This is not the first time a project has been deadlocked by tumultuous dispute. A couple of years ago the city held an architectural competition for an addition to the Public Library, one of Sweden’s more famous buildings. A winner was chosen from the around 1200 proposals the city received from across the world, and then the public bashing started. The Swedish public seems to view architects as malefactors out to destroy the city that the inhabitants love and cherish. Here, as in the case of Slussen, individual architects emerged promoting their own designs, determined to sway public opinion, and thereby force the publicly sensitive politicians to consider their project. A number of cheap appeals to public opinion were launched.

Again, demonstrations, marches, petitions appeared overnight, all focusing on Heike Hanada, the German architect who had done nothing more than submit a proposal for a competition. She was ridiculed by the media, the architectural press, and a number of self-righteous and self-proclaimed experts screaming bloody murder. In the end, the politicians caved in to public opinion and scrapped the project on the pretext that it would have been more expensive than first estimated. The politicians neglected to notify Heike Hanada directly. It was an inappropriate project, but the fault was not Hanada’s but the organizers of the competition.

This current situation is unsustainable. The combination of opportunist politicians, opportunist architects,  lobby groups and an intoxicated public resistance to any change whatsoever has resulted in a polarized debate where projects are slowly killed step by step and development becomes next to impossible. The question is what can be done about it.

Sweden lacks an independent advisory board of architects, a common institution in most European countries. The UK has two separate independent advisory boards: English Heritage and CABE. English Heritage is mostly concerned with preserving the cultural heritage, while CABE focuses on quality in design. Both are more or less funded by the Department of Culture. These two bodies often disagree, but the main objective is always to find a solution that will make everybody as happy as possible, both now and in the future. The key is that these advisory boards are independent. Although they have a certain political agenda, they are not affiliated with any particular party and thus can make professional opinions based on their (sometimes) objective analysis. This system is not perfect, but it involves two independent professional bodies, which is as close as you come to an expert opinion.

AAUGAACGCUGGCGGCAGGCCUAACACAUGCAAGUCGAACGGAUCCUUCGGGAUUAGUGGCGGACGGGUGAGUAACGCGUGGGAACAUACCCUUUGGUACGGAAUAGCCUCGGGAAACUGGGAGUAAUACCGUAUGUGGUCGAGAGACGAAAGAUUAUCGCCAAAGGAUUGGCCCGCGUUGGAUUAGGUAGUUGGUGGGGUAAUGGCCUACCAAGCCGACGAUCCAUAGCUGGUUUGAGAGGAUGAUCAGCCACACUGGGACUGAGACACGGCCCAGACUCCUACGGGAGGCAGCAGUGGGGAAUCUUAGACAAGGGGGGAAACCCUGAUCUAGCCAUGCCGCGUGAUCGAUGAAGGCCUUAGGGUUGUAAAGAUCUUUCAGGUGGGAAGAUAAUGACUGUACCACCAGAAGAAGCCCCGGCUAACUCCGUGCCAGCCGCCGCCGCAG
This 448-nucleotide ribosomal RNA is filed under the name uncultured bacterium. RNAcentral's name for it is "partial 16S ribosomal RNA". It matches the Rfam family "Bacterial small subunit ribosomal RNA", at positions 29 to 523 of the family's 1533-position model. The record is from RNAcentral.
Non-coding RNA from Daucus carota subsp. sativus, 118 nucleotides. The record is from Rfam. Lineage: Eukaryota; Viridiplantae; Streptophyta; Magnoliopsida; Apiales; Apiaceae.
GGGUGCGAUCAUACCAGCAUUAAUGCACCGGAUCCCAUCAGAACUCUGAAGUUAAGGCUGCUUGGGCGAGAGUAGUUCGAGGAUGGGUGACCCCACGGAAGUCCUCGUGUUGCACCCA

Stockholm has a “Beauty Council” which is the local version of CABE. This is however financed by the council, and twelve of its thirteen members are appointed by the City Council, although only four are directly politically appointed. The members are artists, politicians and a mere two architects, which strikes me as odd, but probably resonates the Swedish lack of confidence in architects. Riksantikvarieämbetet (RAA) is the corresponding Swedish version of EH, but most of the practical responsibility rests on the (politically appointed) County Council.

There is absolutely nothing wrong with democracy and transparency in architecture. However, when every instance intended to provide professional and objective advice is politically appointed, we end up with the subjective and opportunist advice to subjective and opportunist politicians – an undesirable situation. The time perspective of politics is very different from the time perspective of architecture and urban design. Politics usually focus on shorter terms while architecture and urban design has to work for decades or centuries – and for that reason, an independent architectural and urban advisory board would be a good idea in Sweden. The nearest equivalent to this is the Swedish Architects’ Association. But they can hardly be said to be objective as they are the architects’ union, like the ARB in the UK.